What Netflix Cannot Give — and Death Cannot Take

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Guest Contributor

Joy is dangerous.

Flannery O’Connor understood this. A southern Catholic novelist, O’Connor earned renown as one of the most compelling American storytellers of the 20th century. Her fiction sweats with realism and the striving for meaning and joy. O’Connor, like her contemporaries Dorothy Sayers, Graham Greene, and C.S. Lewis, criticized the militant secularism of the 20th century and spoke life into literary culture’s slough of despond.

In a famous letter to her friend Betty Hester, O’Connor defended the moral imperatives of Christianity by arguing that they were not tools of slavery but weapons of joy. She writes,

Always you renounce a lesser good for a greater; the opposite is what sin is. . . . [W]hat you call my struggle to submit [is] not struggle to submit but a struggle to accept and with passion. I mean, possibly, with joy. Picture me with my ground teeth stalking joy — fully armed too as it’s a highly dangerous quest.

Always you renounce a lesser good for a greater. O’Connor might as well have been prophetically paraphrasing Jim Elliot: “He is no fool who gives what he cannot keep to gain what he cannot lose.” More likely her imagination was captivated by the apostle Paul, who counted everything he had gained in a life of privilege and distinction “rubbish” when compared to the “surpassing worth of knowing Christ Jesus my Lord” (Philippians 3:8–9).

What O’Connor, and Paul, and Jim Elliot all meant is that the struggle in our souls is not the struggle to want to be happy. We are born with that desire, and we die with it (even in suicide). The struggle is to see the true worth of everything, and in seeing, to give ourselves headlong to what is supremely worthy and satisfying: God.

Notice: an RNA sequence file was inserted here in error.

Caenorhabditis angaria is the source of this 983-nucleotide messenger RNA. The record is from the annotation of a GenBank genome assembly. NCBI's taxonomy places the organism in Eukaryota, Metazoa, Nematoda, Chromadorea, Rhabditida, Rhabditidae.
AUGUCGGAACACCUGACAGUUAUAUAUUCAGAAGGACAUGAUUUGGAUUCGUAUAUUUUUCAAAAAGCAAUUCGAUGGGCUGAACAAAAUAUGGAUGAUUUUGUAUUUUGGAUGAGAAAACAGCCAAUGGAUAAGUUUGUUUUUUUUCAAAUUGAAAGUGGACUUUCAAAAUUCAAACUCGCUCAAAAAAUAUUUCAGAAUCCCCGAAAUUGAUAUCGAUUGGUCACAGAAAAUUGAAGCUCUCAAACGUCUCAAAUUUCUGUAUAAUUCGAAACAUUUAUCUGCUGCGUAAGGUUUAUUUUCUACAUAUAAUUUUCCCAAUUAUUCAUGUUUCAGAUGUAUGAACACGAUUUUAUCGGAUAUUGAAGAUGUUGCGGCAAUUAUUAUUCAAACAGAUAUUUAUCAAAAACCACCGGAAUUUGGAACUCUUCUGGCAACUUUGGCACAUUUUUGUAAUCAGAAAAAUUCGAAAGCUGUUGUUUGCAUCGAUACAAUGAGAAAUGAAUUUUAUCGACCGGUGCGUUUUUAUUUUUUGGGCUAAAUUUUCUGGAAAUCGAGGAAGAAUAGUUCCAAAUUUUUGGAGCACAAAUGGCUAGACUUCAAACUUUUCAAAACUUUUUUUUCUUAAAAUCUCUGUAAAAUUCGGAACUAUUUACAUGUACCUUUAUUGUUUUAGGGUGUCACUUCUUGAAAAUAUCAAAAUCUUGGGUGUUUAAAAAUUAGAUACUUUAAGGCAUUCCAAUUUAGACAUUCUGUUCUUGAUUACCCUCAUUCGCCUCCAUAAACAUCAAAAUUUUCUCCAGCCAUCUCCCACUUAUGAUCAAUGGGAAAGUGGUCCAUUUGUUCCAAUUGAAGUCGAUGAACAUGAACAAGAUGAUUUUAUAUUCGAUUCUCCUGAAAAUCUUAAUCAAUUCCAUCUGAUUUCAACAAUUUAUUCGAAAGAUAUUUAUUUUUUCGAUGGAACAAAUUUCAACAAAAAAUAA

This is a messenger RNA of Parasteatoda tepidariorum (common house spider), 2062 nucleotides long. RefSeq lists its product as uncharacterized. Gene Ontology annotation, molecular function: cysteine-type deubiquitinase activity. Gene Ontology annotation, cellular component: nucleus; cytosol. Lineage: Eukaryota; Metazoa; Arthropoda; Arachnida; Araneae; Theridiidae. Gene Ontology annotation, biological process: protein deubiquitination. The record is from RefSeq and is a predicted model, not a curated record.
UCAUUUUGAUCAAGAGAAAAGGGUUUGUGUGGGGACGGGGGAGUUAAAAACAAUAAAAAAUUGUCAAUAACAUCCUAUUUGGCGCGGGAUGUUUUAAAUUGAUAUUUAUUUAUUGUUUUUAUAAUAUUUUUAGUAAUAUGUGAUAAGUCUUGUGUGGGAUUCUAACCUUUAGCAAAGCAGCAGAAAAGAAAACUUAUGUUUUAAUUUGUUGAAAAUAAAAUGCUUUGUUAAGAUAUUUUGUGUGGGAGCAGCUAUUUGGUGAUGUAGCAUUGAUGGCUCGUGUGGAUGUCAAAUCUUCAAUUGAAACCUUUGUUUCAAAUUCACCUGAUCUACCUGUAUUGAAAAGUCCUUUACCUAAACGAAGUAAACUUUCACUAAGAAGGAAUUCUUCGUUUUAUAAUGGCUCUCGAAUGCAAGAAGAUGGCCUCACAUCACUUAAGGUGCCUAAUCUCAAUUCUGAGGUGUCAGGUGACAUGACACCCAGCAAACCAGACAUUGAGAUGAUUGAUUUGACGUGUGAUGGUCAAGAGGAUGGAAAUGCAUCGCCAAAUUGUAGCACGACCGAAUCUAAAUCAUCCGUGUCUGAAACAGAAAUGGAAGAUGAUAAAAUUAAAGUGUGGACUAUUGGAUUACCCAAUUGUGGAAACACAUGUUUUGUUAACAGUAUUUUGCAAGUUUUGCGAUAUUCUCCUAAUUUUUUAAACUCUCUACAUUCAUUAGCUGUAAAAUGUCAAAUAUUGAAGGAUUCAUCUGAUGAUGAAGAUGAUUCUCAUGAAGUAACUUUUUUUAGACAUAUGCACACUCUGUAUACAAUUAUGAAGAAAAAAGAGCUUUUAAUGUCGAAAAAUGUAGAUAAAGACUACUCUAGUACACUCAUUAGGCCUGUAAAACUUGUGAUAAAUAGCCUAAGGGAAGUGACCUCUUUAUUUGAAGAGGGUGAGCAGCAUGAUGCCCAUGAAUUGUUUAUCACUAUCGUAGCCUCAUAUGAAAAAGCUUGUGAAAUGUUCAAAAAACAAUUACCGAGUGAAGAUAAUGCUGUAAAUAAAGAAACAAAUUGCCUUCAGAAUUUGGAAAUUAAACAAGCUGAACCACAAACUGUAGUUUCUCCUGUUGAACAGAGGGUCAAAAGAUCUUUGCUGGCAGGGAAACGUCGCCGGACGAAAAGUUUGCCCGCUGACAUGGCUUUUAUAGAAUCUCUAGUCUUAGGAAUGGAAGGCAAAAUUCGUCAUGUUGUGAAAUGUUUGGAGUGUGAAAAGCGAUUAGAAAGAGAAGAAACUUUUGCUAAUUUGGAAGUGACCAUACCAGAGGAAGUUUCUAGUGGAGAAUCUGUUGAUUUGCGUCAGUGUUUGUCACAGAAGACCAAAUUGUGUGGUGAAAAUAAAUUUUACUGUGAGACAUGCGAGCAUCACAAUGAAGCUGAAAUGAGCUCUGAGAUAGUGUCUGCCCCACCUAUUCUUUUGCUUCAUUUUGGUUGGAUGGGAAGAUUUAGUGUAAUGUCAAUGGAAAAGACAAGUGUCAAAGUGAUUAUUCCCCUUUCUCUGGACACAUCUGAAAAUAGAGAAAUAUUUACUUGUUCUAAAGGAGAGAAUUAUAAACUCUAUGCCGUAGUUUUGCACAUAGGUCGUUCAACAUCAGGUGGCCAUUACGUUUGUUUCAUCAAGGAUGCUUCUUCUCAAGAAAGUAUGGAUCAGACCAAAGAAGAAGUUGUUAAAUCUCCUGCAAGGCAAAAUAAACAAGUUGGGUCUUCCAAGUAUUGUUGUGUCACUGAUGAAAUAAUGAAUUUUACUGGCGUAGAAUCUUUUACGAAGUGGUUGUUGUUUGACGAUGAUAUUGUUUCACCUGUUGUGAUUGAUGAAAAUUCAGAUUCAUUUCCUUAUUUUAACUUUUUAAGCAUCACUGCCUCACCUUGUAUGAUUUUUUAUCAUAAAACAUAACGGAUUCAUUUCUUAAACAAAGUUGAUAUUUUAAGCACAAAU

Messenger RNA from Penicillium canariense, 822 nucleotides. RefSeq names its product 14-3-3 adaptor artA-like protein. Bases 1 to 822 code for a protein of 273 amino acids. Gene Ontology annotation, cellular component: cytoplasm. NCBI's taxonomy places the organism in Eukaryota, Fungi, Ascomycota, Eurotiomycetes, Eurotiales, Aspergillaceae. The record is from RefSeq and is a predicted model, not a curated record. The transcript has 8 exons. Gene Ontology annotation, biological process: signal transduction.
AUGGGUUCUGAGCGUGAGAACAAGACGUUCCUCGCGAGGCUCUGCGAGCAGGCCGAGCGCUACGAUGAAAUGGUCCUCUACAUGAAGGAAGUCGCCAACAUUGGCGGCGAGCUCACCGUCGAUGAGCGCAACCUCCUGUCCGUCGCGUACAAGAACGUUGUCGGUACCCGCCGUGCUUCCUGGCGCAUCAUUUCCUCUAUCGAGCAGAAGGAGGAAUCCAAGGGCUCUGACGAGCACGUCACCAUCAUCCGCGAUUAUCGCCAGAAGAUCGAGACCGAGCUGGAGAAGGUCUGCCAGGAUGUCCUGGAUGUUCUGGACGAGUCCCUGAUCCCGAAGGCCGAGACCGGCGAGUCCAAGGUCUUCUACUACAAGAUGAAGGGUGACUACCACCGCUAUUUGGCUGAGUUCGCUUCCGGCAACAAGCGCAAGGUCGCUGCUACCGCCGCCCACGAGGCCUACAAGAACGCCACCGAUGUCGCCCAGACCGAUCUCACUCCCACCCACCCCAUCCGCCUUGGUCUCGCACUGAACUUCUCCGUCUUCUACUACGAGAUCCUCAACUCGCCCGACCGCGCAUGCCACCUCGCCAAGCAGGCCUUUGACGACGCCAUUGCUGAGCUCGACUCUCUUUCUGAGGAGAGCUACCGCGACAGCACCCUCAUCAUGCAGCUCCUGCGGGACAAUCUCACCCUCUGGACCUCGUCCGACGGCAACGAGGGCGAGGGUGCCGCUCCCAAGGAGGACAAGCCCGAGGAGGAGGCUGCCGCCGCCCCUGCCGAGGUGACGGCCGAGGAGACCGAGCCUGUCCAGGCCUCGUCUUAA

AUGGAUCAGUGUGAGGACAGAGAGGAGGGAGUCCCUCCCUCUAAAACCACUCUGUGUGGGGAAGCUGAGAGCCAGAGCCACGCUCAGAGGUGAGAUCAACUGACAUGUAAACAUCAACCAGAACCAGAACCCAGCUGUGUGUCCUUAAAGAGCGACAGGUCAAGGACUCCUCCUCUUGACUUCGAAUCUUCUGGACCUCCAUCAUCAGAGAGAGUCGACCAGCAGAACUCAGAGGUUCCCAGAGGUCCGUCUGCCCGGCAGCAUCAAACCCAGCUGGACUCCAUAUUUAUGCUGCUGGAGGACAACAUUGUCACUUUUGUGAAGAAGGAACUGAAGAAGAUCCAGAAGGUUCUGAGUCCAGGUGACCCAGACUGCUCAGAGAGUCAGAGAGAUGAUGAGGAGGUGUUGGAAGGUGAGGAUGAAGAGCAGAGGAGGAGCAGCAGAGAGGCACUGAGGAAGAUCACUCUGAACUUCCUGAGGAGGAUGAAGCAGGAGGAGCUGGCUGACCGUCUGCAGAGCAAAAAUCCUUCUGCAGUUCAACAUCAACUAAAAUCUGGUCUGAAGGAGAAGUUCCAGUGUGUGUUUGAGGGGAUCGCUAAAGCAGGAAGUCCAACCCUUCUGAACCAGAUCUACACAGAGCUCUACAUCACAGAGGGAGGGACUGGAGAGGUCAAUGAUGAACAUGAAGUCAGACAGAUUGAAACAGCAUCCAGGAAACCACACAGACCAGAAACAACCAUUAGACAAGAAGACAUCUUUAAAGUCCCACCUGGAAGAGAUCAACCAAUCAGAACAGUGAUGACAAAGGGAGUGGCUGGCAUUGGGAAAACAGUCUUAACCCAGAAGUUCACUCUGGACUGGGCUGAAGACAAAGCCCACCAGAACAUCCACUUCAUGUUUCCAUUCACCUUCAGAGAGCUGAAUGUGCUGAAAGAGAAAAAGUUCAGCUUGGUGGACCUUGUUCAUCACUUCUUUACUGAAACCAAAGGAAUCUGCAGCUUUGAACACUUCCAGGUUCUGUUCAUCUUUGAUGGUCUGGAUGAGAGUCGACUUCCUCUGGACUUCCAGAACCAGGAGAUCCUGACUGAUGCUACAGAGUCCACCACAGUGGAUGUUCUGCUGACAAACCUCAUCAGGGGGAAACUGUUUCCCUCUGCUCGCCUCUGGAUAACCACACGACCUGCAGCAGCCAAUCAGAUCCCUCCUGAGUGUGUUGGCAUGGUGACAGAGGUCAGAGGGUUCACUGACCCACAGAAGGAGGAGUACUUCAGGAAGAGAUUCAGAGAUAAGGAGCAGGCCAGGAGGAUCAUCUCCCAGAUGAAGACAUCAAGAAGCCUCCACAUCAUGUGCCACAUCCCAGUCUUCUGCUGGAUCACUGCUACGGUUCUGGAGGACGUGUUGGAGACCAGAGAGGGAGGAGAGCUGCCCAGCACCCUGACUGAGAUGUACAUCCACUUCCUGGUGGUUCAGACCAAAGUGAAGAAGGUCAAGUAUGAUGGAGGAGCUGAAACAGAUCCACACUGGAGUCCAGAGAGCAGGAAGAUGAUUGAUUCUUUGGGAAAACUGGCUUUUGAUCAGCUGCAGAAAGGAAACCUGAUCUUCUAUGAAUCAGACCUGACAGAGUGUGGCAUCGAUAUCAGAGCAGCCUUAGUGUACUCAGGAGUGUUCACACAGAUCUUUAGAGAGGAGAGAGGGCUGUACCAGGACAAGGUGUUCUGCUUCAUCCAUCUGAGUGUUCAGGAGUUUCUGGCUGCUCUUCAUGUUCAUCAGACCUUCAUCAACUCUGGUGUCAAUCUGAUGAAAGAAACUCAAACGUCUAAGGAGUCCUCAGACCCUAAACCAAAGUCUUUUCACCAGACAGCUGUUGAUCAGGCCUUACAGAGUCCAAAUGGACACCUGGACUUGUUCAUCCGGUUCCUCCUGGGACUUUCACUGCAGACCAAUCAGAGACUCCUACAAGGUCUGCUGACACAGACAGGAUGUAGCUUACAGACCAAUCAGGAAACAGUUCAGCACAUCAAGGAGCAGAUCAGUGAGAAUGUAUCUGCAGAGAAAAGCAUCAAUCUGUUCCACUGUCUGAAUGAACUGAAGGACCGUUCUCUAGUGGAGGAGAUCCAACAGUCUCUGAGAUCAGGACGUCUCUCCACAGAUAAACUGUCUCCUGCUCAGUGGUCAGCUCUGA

But that’s dangerous.

Hunting Is Hard Work

O’Connor’s word picture in this paragraph is striking. She imagines that quest for joy in Christ is like the long, hot hunt of a game animal, a creature that may lead its stalker into harsh territory. No buck will leap willingly into the waiting arms of the hunter. The hunter’s desire is for the buck, but that desire won’t be satisfied arbitrarily or accidentally. Thus, he stalks and stalks and stalks: waiting, sitting, crouching, treading through thorn and thistle for the opportunity to close in on his prize. It’s exhausting, dirty, and risky.

Is hunting really an accurate description of pursuing joy in God? I think so. Part of the reason it may not sound accurate is that when modern people hear that God commands us to be happy in him, we interpret that as a command to do what’s easy and passive because we instinctively think of happiness in that way. Alternatively, we fear being unhappy, and by “unhappy” we often mean a life of struggle, danger, or suffering. But these conceptions are wrong. Happiness is not semiconscious inertia.

A few years ago, I saw a government-sponsored advertisement for birth control from England. On one side of the advertisement was a picture of a video game controller, and on the other side was a pacifier. The advertisement asked its readers, “Would you want to give up this [the video game controller] for this [the pacifier]?” It was an effective advertisement, not because it communicated truth (quite the contrary), but because it cut to the chase. “Your happiness is at stake here,” the ad whispers. “The hours of games and freedom and commitment-free sex are the secrets to happiness, and that will end if you have a child.” In other words, you don’t have to stalk joy. Eat, drink, be merry, and joy will come to you.

Very Costly Quest

But passivity will not yield delight in God, as the saints in the Bible show us.

Consider Moses, who “[chose] rather to be mistreated with the people of God than to enjoy the fleeting pleasures of sin” because “he considered the reproach of Christ greater wealth than the treasures of Egypt, for he was looking to the reward” (Hebrews 11:25–26).